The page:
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CDEI publishes portfolio of AI assurance techniques

The UK’s Centre for Data Ethics and Innovation has published a variety of case studies to show how different assurance techniques can build and maintain trust in artificial intelligence systems

The UK government's Centre for Data Ethics and Innovation (CDEI) has published a raft of case studies relating to the auditing and assurance of artificial intelligence (AI) systems, following collaboration with trade association TechUK.

The "portfolio of AI assurance techniques" was created to help anyone involved in designing, developing, deploying or otherwise procuring AI systems do so in a trustworthy way, by giving examples of real-world auditing and assurance techniques.

“AI assurance is about building confidence in AI systems by measuring, evaluating and communicating whether an AI system meets relevant criteria,” said the CDEI, adding these criteria could include regulations, industry standards or ethical guidelines.

“Assurance can also play an important role in identifying and managing the potential risks associated with AI. To assure AI systems effectively we need a range of assurance techniques for assessing different types of AI systems, across a wide variety of contexts, against a range of relevant criteria.”

The portfolio specifically contains case studies from multiple sectors and a range of technical, procedural and educational approaches, to show how different techniques can combine to promote responsible AI.

This includes examples from the Alan Turing Institute, which has taken the “argument-based” assurance method of other “safety critical” domains like aviation and expanded it to provide a structured process for evaluating and justifying claims about ethical properties of an AI system; Babl AI, which conducts independent, third-party, criteria-based audits and certifications for automated employment decision tools; and Digital Catapult, which is providing “ethical upskilling and tool development” to tech startups.

Other case studies included in the portfolio come from Citadel AI, Nvidia, Mind Foundry, Shell, Qualitest, Logically AI and Trilateral Research, among others.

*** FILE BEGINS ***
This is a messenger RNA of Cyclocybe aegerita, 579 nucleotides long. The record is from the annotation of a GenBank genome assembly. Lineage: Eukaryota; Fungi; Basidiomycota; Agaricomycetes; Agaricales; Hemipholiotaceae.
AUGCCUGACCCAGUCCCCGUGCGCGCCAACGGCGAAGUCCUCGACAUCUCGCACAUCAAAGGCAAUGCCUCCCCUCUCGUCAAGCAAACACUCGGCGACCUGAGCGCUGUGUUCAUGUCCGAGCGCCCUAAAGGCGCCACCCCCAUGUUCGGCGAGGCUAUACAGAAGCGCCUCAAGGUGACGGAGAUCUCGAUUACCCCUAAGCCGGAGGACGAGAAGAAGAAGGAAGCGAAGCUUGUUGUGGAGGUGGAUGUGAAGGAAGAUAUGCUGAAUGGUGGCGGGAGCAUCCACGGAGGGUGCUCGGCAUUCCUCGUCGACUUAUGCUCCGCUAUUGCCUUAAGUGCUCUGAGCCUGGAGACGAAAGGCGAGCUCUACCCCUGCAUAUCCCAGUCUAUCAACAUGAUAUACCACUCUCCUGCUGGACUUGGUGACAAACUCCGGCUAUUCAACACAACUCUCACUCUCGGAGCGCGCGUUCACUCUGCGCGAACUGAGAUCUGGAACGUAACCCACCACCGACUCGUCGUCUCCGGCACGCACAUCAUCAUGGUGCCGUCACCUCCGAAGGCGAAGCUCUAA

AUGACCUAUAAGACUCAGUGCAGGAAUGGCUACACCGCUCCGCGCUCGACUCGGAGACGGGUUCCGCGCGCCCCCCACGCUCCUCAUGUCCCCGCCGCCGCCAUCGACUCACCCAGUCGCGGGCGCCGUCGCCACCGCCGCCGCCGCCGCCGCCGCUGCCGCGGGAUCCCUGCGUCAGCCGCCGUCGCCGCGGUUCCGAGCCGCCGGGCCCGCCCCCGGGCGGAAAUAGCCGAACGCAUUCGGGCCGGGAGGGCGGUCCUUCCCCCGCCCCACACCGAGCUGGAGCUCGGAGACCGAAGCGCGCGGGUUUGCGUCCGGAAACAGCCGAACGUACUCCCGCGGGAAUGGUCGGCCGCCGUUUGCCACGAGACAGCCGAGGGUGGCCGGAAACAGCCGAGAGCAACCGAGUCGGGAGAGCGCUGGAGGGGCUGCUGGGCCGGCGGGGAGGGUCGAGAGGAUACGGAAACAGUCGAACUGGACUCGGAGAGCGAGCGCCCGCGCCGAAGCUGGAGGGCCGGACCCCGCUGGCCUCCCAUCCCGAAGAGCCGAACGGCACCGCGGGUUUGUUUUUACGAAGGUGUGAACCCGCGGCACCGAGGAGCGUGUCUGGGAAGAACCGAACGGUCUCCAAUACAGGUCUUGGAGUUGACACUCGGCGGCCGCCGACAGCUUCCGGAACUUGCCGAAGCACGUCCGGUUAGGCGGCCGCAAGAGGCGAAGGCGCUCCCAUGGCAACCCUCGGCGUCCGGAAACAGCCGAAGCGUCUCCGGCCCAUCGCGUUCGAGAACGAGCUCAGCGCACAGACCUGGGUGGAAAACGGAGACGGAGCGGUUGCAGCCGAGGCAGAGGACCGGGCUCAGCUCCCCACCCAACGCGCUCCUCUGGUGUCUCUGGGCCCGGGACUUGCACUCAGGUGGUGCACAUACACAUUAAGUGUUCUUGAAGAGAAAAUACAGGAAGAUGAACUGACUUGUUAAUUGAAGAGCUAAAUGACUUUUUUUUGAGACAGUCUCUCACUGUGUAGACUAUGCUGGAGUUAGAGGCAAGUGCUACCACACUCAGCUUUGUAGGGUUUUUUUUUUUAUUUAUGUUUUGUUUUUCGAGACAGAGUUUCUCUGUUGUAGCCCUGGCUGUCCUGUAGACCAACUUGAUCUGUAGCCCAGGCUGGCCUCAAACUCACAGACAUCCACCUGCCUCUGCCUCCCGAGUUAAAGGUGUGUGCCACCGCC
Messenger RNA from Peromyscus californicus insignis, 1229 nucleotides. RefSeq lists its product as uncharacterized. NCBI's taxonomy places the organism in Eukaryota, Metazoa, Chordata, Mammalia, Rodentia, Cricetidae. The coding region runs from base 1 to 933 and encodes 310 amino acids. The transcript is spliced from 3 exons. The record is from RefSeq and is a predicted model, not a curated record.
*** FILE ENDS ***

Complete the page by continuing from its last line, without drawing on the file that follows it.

However, the CDEI noted that the inclusion of any case studies does not represent a government endorsement of the technique or organisation, and is instead supposed to demonstrate the range of possible options already available to businesses. It also confirmed that the portfolio was an ongoing project that will have further examples added in the future.

Each of the case studies promote a slightly different approach to scrutinising AI systems, which the CDEI has broken down into broad categories.

Examples of these different approaches include: impact assessments, which can be used to anticipate a given system’s environmental, equality, human rights and data protection effects; impact evaluations, which do the same but retrospectively; bias auditing, which involves assessing the inputs and outputs of algorithmic systems to determine if and how a system is creating bias; and certification, whereby an independent body signs off on the system reaching certain standards.

In each case study, the approaches outlined are also mapped to different ethical principles outlined in the UK government’s AI whitepaper, which laid out its regulatory proposals for creating an agile, “pro-innovation” framework around the technology.

The principles themselves – which government says regulators should consider to facilitate “the safe and innovative use of AI” in their industries – include safety and security; transparency and explainability; fairness; accountability and governance; and contestability and redress.

The launch of the portfolio follows the CDEI’s publication of its AI assurance roadmap in December 2021, which set out six priority action areas to help foster the creation of a competitive, dynamic and ultimately trusted market for AI assurance in the UK.

However, in November 2022, the German Marshall Fund (GMF) think-tank published a report that warned while algorithmic audits can help correct for the opacity of AI systems, poorly designed or executed audits are at best meaningless, and at worst can deflect attention from, or even excuse, the harms they are supposed to mitigate.

Otherwise known as “audit-washing”, the report said many of the tech industry’s current auditing practices provide false assurance because companies are either conducting their own self-assessments or, when there are outside checks, are still assessed according to their own goals rather than conformity to third-party standards.

In May 2023, Barcelona-based algorithmic auditing firm Eticas spoke to Computer Weekly about its method of "adversarial auditing", which is not included in the CDEI examples but is essentially the practice of evaluating algorithms or AI systems that have little potential for transparent oversight, or are otherwise “out-of-reach” in some way.

While Eticas is usually an advocate for internal socio-technical auditing, where organisations conduct their own end-to-end audits that consider both the social and technical aspects to fully understand the impacts of a given system, its adversarial audits researcher, Iliyana Nalbantova, said that AI developers themselves are often not willing to carry out such audits, as there are currently no requirements to do so.

“Adversarial algorithmic auditing fills this gap and allows to achieve some level of AI transparency and accountability that is not normally attainable in those systems,” she said at the time.

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